There are a lot of reasons to toll Toronto. You could avoid raising property taxes to pay for the roads. You could fund Metrolinx’s Big Move (last I heard, they were shy $38B over 25 years – now 24 and ticking). You could reduce congestion (but parking reform would be an easier way). Or you could toll for only ten years to build out the subway as Sarah Thomson proposes.
I am pro-tolling. I am pro-subway.
But I am not for tolling this way or for this reason.
I commend Sarah Thomson for having the kahunas to propose this out loud while running for mayor. She has started a critical debate – and she is right in all but the details.
Tolling only the DVP and QEW means that commuters to and from Pickering and Oakville fund the subway, but commuters from Richmond Hill do not. This is unfair. Worse commuters from everywhere in Toronto West of the DVP and North of the QEW will also not contribute. I live in Southwest Scarborough. Perhaps I should help fund the subway, but I won’t be able to in this scheme, since I drive along Kingston and Gerrard. Our tendency to want to toll 905 commuters and not ourselves is obsessive. I want to see renewed transit. I want to see Toronto get great again. But it is our city, after all. We need a way to toll everyone a little bit, not a few people a lot. Besides if we tolled by distance traveled – not just because you used a certain road segment – then 905ers would pay a little more – but not because they are not “one of us” but only because they drove further, they used more road, they caused more congestion, and they polluted a bit more. You should pay for how much you use, not because of where you live.
Tolling exclusively to build the subway taxes Peter expressly to pay Paul. It becomes a tax, not a usage charge. I agree that some road tolls should be directed toward transit on the argument that a good transit system can help decongest the roads, but not the 100% cross subsidization Thomson proposes. We need a way to toll everywhere a little bit and to develop a sharing formula so we can repair our roads (which are in a similar state of decline as is our subway) as well as contribute to new transit.
A toll of $5 per day to someone in Pickering to use the DVP is about 110 per month – equivalent to a metro pass. This will divert traffic and move congestion to parallel roads, congesting neighborhoods and reducing Sarah Thomson's target revenue (traffic drop can be expected to be about 20%, so she needs to take that into her calculations. The 20% will largely come from time-shift and road-shift, not from taking transit).
The issue of taxing road users exclusively to pay for transit, is seldom broadly accepted. This is the case in Europe as well as the US. A report arrived in my email today from a US commentator, Bob Poole of Reason.org, a thought-leader credited with contributing the HOT (high-occupancy/toll) concept. While reading a small outtake, note the parallels for Toronto, and the GTA and the 905ers vs 416ers. Even a strongly pro-tolling leader like past Secretary of transportation in US, Mary Peters, was against extensive cross subsidization from a single facility, while she was very much for tolling everywhere using a time-distance-place approach.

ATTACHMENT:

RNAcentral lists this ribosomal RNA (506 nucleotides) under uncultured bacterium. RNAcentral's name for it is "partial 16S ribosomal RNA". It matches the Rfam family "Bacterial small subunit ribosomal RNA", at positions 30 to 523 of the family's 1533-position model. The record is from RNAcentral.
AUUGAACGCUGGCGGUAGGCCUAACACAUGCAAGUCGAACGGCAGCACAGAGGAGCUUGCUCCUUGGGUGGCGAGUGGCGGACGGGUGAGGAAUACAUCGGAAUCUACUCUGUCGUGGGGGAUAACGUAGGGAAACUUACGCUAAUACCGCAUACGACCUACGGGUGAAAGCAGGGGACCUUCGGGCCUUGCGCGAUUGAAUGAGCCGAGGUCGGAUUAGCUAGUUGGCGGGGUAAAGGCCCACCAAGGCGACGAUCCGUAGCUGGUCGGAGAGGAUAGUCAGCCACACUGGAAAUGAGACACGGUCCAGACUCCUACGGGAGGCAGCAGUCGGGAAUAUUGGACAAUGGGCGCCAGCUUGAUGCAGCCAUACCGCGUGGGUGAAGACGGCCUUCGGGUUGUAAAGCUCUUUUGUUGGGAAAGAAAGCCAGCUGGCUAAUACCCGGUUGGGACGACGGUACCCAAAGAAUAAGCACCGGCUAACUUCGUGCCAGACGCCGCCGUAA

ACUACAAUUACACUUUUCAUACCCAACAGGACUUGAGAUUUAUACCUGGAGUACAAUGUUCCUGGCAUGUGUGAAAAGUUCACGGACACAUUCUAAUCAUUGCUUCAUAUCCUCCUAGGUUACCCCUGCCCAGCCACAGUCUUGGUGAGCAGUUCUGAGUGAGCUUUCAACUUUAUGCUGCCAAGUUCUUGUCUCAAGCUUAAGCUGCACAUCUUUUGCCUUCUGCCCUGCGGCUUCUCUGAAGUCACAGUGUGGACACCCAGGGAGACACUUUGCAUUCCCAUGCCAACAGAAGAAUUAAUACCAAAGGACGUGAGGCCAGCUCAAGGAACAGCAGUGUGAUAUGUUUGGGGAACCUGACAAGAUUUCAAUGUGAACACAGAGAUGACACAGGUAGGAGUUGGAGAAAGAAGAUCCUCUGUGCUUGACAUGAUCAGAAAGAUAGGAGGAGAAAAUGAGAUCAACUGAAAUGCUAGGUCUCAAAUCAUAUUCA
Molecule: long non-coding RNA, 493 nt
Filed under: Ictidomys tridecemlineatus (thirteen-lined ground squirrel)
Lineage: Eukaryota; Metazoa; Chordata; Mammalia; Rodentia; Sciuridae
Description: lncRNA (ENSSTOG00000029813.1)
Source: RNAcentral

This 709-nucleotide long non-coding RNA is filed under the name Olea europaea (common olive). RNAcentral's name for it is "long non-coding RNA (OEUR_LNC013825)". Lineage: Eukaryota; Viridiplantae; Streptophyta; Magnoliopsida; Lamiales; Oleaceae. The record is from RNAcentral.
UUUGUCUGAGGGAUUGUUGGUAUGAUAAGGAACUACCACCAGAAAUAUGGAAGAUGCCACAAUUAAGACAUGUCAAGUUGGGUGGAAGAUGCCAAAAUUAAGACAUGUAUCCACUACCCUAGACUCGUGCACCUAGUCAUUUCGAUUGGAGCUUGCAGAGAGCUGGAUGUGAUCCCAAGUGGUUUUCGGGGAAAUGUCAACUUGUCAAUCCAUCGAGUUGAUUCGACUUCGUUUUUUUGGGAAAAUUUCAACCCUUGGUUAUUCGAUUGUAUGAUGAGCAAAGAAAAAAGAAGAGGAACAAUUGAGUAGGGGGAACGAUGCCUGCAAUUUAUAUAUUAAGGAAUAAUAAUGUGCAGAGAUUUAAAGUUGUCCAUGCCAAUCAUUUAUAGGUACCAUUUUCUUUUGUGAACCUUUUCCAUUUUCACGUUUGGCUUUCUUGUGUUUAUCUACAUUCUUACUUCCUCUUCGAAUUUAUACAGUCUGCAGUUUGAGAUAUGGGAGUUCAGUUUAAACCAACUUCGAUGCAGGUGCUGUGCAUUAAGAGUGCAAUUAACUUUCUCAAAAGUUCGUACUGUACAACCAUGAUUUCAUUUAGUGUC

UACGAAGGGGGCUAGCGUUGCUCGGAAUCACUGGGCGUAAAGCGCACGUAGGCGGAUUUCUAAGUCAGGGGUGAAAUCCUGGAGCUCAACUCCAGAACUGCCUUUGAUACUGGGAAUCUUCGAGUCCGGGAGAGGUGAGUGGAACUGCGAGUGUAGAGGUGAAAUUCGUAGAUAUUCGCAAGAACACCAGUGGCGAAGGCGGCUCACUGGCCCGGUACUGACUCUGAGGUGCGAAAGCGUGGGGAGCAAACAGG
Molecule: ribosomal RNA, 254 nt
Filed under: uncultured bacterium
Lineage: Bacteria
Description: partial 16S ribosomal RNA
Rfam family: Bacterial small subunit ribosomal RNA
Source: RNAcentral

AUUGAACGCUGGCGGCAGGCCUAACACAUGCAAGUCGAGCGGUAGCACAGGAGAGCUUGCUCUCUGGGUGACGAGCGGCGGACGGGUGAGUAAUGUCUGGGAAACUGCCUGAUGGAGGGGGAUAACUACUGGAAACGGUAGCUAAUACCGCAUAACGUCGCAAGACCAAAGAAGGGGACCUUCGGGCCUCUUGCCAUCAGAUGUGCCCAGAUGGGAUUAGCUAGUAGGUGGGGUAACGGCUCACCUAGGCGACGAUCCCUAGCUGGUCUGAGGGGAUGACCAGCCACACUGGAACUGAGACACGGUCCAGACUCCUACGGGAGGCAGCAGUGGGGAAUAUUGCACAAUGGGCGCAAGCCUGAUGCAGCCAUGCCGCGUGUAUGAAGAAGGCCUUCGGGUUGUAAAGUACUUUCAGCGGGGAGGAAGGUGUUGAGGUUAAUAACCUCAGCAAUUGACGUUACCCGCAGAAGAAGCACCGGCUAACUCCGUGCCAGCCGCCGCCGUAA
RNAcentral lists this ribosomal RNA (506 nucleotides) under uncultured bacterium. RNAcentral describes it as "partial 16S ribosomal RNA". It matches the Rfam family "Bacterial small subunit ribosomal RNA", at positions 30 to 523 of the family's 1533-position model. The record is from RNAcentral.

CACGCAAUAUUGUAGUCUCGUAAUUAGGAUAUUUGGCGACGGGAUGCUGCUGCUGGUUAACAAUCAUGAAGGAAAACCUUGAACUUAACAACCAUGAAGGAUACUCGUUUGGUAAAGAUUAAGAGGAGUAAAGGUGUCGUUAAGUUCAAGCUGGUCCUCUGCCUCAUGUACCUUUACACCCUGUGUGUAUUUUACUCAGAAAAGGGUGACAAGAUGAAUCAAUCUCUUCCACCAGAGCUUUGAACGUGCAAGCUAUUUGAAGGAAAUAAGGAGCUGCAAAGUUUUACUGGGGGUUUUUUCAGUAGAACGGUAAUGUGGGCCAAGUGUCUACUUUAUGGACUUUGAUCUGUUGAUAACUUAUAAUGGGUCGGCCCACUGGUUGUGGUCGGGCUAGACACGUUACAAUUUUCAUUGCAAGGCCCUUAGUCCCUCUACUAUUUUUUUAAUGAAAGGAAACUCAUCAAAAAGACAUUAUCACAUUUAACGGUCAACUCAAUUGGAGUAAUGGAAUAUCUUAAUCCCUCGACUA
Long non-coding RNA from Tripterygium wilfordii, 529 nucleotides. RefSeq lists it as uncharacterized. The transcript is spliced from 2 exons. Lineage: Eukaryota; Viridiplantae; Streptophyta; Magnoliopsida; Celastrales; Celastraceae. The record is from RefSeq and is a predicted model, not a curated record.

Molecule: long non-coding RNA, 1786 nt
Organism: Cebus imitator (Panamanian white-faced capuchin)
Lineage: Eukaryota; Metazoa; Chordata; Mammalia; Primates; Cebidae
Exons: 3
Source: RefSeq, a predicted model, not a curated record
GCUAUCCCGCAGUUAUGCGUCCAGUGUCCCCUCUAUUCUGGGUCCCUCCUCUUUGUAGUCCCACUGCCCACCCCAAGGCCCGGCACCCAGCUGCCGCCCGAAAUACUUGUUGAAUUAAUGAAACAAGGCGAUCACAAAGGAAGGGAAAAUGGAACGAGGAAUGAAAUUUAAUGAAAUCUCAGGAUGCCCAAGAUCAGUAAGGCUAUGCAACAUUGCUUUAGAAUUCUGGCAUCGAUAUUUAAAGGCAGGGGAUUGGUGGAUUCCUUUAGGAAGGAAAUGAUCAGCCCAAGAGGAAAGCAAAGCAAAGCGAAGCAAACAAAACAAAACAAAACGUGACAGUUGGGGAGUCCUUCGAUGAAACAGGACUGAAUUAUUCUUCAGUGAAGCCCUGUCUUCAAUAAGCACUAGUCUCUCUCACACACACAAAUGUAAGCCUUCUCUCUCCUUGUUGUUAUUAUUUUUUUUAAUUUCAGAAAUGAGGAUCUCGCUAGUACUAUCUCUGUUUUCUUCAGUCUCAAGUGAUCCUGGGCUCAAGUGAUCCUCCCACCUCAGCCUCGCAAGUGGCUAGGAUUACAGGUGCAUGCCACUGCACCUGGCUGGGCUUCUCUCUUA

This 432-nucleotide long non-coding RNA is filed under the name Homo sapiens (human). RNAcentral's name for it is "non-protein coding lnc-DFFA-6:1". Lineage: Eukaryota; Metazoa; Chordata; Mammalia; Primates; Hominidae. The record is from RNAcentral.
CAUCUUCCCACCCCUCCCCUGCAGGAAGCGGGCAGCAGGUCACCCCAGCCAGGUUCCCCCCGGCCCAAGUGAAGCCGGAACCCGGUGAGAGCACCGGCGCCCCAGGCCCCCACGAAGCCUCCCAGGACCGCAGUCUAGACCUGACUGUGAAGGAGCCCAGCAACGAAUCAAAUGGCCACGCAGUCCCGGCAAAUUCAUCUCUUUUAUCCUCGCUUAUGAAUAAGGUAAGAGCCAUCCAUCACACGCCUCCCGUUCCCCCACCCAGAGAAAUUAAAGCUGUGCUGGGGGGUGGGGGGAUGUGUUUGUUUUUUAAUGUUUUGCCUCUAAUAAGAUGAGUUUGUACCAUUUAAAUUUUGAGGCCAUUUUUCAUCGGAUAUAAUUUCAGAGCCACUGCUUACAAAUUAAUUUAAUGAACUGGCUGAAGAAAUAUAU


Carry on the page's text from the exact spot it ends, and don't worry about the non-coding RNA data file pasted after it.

Legislators and transportation officials are on tenterhooks awaiting the U.S. DOT’s decision on Pennsylvania’s proposal to put tolls on I-80. The state got turned down two years ago by the Mary Peters DOT, on grounds that its plan did not meet the requirements Congress laid down in the TEA-21 pilot program that lets up to three states rebuild an Interstate with toll financing. What Pennsylvania (still) proposes doing is to make I-80 tolls a major funding source for transit and highways statewide, not just for rebuilding and modernizing I-80 (which is what the pilot program allows). The trucking industry rightly opposes Pennsylvania’s plan as both contrary to law and as a terrible precedent that would convert a toll into a tax.
… Connecticut legislators have been debating for the past year the idea of putting tolls back on I-95 for “improving traffic flow on I-95, maintaining and reconstructing state bridges, and expanding mass transit,” according to the co-chair of the legislature’s transportation committee. In New Jersey, the transition team for Gov. Chris Christie proposed putting tolls on I-78, I-80, and I-287 so as to bail out the state’s ailing Transportation Trust Fund. Wyoming’s state senate in February approved a study that would lay the basis for applying to the feds for permission to toll I-80 in that state, but the measure failed in the other house after heavy opposition from the trucking industry.
An idea frequently mentioned in most of these proposals is putting the toll collection points at the state borders. The idea is to tax those out-of-staters who don’t vote in the state, while de-facto exempting most state residents who do vote there. That almost certainly would not survive legal challenges under the interstate commerce clause of the Constitution. (Even cutting existing turnpike tolls in half for local residents, as some West Virginia legislators recently proposed, was judged likely to be ruled unconstitutional.) And this kind of thing serves to further stoke trucking industry opposition, reinforcing the view that what those legislators are proposing is a tax rather than a toll levied in order to provide Interstate users with much-improved mobility.